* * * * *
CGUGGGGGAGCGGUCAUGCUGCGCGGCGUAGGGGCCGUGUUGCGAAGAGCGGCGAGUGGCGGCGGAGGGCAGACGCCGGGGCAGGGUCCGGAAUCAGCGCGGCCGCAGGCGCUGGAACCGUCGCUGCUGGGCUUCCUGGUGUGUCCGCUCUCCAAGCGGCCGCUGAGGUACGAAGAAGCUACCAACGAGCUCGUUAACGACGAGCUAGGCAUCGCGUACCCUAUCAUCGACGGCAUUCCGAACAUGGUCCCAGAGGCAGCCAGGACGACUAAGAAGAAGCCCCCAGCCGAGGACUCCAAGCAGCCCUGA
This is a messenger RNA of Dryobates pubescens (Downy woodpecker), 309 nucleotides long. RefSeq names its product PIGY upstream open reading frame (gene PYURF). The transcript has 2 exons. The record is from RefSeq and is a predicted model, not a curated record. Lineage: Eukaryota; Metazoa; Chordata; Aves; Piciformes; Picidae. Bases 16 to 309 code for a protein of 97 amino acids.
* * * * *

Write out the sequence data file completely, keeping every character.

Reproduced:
CGUGGGGGAGCGGUCAUGCUGCGCGGCGUAGGGGCCGUGUUGCGAAGAGCGGCGAGUGGCGGCGGAGGGCAGACGCCGGGGCAGGGUCCGGAAUCAGCGCGGCCGCAGGCGCUGGAACCGUCGCUGCUGGGCUUCCUGGUGUGUCCGCUCUCCAAGCGGCCGCUGAGGUACGAAGAAGCUACCAACGAGCUCGUUAACGACGAGCUAGGCAUCGCGUACCCUAUCAUCGACGGCAUUCCGAACAUGGUCCCAGAGGCAGCCAGGACGACUAAGAAGAAGCCCCCAGCCGAGGACUCCAAGCAGCCCUGA
This is a messenger RNA of Dryobates pubescens (Downy woodpecker), 309 nucleotides long. RefSeq names its product PIGY upstream open reading frame (gene PYURF). The transcript has 2 exons. The record is from RefSeq and is a predicted model, not a curated record. Lineage: Eukaryota; Metazoa; Chordata; Aves; Piciformes; Picidae. Bases 16 to 309 code for a protein of 97 amino acids.